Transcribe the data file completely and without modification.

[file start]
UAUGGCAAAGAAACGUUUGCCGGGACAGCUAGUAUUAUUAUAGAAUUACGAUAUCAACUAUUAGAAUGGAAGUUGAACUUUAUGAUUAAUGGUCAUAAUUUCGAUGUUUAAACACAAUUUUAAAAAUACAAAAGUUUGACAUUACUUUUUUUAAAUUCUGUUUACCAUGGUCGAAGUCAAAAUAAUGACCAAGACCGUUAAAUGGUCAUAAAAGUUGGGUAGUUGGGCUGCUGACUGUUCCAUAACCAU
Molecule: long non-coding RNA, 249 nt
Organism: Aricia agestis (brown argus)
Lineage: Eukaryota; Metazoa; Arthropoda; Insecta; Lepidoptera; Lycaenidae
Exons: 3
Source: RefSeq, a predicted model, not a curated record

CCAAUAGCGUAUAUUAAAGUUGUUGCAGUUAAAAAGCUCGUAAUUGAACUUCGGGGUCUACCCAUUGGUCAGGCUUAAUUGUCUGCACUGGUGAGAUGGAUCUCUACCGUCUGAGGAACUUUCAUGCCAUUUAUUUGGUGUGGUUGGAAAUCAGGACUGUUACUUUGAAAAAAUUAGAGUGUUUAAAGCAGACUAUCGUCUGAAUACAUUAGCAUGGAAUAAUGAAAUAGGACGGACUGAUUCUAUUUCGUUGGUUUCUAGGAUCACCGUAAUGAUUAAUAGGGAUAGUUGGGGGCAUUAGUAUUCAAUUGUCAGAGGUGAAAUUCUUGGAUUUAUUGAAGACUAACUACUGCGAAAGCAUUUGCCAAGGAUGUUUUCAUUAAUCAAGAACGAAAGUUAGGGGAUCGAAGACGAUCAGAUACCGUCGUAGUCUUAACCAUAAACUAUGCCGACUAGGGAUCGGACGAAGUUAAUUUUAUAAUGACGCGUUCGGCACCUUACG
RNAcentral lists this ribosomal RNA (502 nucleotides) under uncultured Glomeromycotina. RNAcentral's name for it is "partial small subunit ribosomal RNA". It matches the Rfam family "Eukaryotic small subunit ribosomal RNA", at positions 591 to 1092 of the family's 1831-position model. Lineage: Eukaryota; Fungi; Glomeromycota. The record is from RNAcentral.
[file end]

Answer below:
UAUGGCAAAGAAACGUUUGCCGGGACAGCUAGUAUUAUUAUAGAAUUACGAUAUCAACUAUUAGAAUGGAAGUUGAACUUUAUGAUUAAUGGUCAUAAUUUCGAUGUUUAAACACAAUUUUAAAAAUACAAAAGUUUGACAUUACUUUUUUUAAAUUCUGUUUACCAUGGUCGAAGUCAAAAUAAUGACCAAGACCGUUAAAUGGUCAUAAAAGUUGGGUAGUUGGGCUGCUGACUGUUCCAUAACCAU
Molecule: long non-coding RNA, 249 nt
Organism: Aricia agestis (brown argus)
Lineage: Eukaryota; Metazoa; Arthropoda; Insecta; Lepidoptera; Lycaenidae
Exons: 3
Source: RefSeq, a predicted model, not a curated record

CCAAUAGCGUAUAUUAAAGUUGUUGCAGUUAAAAAGCUCGUAAUUGAACUUCGGGGUCUACCCAUUGGUCAGGCUUAAUUGUCUGCACUGGUGAGAUGGAUCUCUACCGUCUGAGGAACUUUCAUGCCAUUUAUUUGGUGUGGUUGGAAAUCAGGACUGUUACUUUGAAAAAAUUAGAGUGUUUAAAGCAGACUAUCGUCUGAAUACAUUAGCAUGGAAUAAUGAAAUAGGACGGACUGAUUCUAUUUCGUUGGUUUCUAGGAUCACCGUAAUGAUUAAUAGGGAUAGUUGGGGGCAUUAGUAUUCAAUUGUCAGAGGUGAAAUUCUUGGAUUUAUUGAAGACUAACUACUGCGAAAGCAUUUGCCAAGGAUGUUUUCAUUAAUCAAGAACGAAAGUUAGGGGAUCGAAGACGAUCAGAUACCGUCGUAGUCUUAACCAUAAACUAUGCCGACUAGGGAUCGGACGAAGUUAAUUUUAUAAUGACGCGUUCGGCACCUUACG
RNAcentral lists this ribosomal RNA (502 nucleotides) under uncultured Glomeromycotina. RNAcentral's name for it is "partial small subunit ribosomal RNA". It matches the Rfam family "Eukaryotic small subunit ribosomal RNA", at positions 591 to 1092 of the family's 1831-position model. Lineage: Eukaryota; Fungi; Glomeromycota. The record is from RNAcentral.